Updated, April 15 — Ontario’s cattle producer organization is asking members to consider delaying sales of cull cows until market conditions “normalize.”
Beef Farmers of Ontario’s board on Thursday published a memo to beef and dairy cattle producers, asking them to help “prevent a further surge in cull cows in the market” — especially of animals in poor health or condition.
“We saw a significant and very concerning surge of cull cows enter the market over the last two weeks — particularly on the dairy side. It’s putting a ton of pressure on an already stressed area,” BFO executive director Richard Horne said in an interview with Farmtario.
Processing backlogs have “plagued” Eastern Canada’s beef sector for months, BFO said, due to insufficient processing capacity and plant closures.
Ontario has just three federally inspected beef plants, including Cargill’s facility at Guelph, Toronto-based St. Helens Meat Packers and Apple Meadows Premium Beef at Mount Forest.
Another Toronto packer, Ryding-Regency, handled up to 15 per cent of the province’s beef processing until it lost its federal licenses in December.
“The beef sector was already facing a shortage (of processing plants) before the Ryding-Regency shutdown,” Horne said. “We have seen a wave of additional loss of capacity, both pre-COVID-19 and after.”
Added pressure on Eastern Canada’s processors comes from recent temporary shutdowns at beef plants in the U.S. due to outbreaks of COVID-19, BFO said Thursday.
Those shutdowns include JBS beef plants in Colorado and Pennsylvania, National Beef’s plant in Iowa and, reportedly, the Aurora Packing plant at Aurora, Illinois.
“Once JBS in Souderton, Pennsylvania, resumes operations, it will provide an outlet to Ontario and Quebec,” Horne said. “We are expecting it to happen next week, provided there are no other disruptions.”
Also, Cargill’s other Canadian slaughter plant, at High River, Alta., announced Monday it would idle its second shift effective immediately.
“Supply surges, like the one we are seeing right now, put pressure on all segments of the industry, and threaten the health and welfare of animals,” BFO said.
Furthermore, BFO has advised producers to consult with their transporter and the auction centre the day before shipping. Auction and sale protocols are in a fluid state and subject to change depending on the auction market.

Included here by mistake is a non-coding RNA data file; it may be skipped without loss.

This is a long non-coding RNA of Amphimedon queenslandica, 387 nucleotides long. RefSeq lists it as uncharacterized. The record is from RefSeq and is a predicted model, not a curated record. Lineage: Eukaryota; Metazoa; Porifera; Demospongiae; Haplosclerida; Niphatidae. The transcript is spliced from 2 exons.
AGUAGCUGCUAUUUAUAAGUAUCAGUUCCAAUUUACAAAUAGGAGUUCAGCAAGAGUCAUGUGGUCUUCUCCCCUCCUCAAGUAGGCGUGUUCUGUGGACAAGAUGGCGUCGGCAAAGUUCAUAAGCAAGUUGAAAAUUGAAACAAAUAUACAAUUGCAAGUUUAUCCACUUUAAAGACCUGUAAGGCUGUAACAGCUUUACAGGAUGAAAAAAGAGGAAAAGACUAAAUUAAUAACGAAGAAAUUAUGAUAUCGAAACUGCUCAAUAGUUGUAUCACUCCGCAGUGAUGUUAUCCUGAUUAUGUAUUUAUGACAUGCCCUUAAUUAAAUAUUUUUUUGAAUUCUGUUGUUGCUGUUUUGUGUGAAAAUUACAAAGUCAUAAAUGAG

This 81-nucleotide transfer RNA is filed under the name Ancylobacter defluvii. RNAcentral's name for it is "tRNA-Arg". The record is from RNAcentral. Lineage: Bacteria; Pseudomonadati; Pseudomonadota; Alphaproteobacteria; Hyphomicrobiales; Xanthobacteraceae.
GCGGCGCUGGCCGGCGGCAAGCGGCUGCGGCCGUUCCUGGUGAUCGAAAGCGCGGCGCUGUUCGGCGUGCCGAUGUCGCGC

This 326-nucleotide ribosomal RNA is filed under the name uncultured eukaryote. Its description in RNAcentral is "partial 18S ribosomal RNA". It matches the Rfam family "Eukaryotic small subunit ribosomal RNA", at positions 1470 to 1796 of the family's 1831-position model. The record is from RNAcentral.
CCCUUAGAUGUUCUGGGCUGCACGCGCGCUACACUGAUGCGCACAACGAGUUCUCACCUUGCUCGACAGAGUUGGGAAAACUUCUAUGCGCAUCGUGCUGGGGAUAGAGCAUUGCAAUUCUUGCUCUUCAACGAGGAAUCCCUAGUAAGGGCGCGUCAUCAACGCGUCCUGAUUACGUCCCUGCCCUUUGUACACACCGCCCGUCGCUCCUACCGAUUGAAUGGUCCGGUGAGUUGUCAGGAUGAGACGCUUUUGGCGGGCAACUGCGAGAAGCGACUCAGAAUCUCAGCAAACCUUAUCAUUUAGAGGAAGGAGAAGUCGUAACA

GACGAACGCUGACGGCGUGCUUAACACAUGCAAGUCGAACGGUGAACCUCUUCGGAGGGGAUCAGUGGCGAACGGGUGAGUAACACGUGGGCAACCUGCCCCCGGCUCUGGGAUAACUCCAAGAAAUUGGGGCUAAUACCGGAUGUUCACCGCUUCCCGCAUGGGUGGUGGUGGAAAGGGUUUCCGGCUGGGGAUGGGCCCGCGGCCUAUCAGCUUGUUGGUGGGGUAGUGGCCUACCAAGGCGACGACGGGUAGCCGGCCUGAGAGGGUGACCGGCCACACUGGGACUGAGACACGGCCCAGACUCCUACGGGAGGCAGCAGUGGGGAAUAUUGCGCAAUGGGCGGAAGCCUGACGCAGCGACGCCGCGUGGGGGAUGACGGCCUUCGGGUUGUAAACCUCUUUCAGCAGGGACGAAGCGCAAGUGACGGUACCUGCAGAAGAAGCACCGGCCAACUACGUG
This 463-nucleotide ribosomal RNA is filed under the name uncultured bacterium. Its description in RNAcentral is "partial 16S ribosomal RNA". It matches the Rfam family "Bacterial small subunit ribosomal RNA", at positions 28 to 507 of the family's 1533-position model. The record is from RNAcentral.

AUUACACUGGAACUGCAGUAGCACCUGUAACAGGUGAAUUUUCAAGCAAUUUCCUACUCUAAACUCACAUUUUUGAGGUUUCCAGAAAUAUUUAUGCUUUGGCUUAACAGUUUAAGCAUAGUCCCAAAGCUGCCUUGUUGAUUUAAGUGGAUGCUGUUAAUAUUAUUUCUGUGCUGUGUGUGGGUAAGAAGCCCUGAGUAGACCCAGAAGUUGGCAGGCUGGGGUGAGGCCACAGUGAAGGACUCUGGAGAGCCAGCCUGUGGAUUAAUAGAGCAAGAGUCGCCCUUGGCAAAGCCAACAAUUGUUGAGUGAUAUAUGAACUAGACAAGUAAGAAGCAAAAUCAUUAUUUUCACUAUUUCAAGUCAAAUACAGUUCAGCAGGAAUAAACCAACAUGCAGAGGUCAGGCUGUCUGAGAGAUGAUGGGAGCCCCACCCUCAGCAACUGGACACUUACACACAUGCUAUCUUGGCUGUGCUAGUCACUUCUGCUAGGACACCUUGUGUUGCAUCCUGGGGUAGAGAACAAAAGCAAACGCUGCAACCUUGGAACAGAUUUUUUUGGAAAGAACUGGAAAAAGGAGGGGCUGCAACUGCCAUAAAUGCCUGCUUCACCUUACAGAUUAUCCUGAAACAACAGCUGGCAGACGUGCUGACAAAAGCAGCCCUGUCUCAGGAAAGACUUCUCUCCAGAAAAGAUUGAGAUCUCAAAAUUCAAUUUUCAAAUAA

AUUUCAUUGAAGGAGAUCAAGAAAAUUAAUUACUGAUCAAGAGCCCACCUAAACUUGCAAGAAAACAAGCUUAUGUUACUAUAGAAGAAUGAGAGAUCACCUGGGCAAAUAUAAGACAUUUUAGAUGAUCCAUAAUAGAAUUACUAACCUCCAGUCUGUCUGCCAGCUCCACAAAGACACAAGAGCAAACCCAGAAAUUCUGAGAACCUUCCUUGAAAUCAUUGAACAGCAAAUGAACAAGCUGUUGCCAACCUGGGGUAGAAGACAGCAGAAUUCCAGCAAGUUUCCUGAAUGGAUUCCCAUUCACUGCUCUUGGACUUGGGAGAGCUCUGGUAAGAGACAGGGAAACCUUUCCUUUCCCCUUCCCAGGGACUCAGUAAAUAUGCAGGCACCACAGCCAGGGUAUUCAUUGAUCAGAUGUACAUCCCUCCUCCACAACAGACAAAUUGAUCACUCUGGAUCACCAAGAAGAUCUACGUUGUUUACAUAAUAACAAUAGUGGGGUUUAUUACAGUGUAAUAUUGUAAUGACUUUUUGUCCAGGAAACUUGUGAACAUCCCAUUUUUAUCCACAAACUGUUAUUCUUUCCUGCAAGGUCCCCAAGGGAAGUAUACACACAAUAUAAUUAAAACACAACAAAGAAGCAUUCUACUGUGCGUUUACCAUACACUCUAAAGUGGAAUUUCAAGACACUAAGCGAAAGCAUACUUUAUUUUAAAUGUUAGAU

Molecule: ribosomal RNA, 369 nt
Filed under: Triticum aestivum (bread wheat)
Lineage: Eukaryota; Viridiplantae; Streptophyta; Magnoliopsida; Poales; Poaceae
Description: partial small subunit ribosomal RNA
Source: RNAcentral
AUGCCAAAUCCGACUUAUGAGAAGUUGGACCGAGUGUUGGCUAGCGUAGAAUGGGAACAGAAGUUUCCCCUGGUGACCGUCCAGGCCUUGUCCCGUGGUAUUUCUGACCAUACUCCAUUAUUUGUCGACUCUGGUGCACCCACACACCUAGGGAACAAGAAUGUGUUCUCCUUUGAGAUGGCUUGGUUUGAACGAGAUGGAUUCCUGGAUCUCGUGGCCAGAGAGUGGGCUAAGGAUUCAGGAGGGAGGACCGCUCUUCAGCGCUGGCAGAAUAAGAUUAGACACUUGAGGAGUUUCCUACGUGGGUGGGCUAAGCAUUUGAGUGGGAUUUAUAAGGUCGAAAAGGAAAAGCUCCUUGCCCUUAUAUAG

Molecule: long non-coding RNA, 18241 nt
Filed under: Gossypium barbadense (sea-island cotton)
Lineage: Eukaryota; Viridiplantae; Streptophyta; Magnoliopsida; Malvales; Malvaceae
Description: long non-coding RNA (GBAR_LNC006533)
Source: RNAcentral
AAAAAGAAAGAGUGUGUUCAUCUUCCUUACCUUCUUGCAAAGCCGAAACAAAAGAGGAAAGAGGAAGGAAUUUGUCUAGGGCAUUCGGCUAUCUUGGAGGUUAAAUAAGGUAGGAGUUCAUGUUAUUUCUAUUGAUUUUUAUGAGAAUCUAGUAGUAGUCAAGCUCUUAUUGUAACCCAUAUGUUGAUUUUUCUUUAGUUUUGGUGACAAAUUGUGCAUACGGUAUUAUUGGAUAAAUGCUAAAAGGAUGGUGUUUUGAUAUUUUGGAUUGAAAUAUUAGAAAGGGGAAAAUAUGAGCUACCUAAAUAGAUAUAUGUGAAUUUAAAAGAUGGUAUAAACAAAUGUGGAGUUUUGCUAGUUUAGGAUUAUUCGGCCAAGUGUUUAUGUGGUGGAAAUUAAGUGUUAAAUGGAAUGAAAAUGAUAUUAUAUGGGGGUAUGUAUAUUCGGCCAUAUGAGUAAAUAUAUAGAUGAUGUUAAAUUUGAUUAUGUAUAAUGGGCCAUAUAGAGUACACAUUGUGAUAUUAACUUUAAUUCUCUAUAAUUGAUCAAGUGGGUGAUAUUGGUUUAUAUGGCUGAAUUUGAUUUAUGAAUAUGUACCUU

In a separate letter April 8 to federal Agriculture Minister Marie-Claude Bibeau, the heads of BFO and four other cattle producer groups in Eastern Canada said COVID-19-related shutdowns in the beef, pork and poultry sectors “give serious pause for concern about the impact of a potential disruption at the Cargill Guelph plant, where three of every four head of cattle in Eastern Canada are processed.”
Recent curbs in milk production “have further exacerbated the current backlog” in beef processing by creating an influx of cull cows, the beef groups added.
BFO last week reported 3,213 cull cows sold through auction markets, up by 932 on the week. Of those 3,213 head, 91 per cent were dairy breeds.
On average, BFO said, cull cow prices last week were at $57.02 per hundredweight, down 14.6 per cent on the week. Beef cow prices on average were at $62.54/cwt last week, while dairy breeds averaged $54.46.
In its market report for the week ending April 8, BFO said processing volumes for the week ending April 4 were up around 1,300 head from the previous week.
“Packers are working hard to process the cattle, but also must take precautions to ensure safety and health of their employees in order to keep the plants operational,” the organization said.
In their April 8 letter to Bibeau, the five eastern cattle producer groups called for direct financial support, either through existing business risk management programs, ad-hoc programs or both, to help beef operations in the region against mounting financial losses.
They also called for new “set-aside” programs for feeder/fed cattle and cull cattle, similar to those offered during the BSE crisis. Such programs are meant to help stabilize markets by compensating producers to maintain cattle for agreed-upon periods of time, keeping the animals out of the beef supply chain.
— With files from Jennifer Glenney of Farmtario.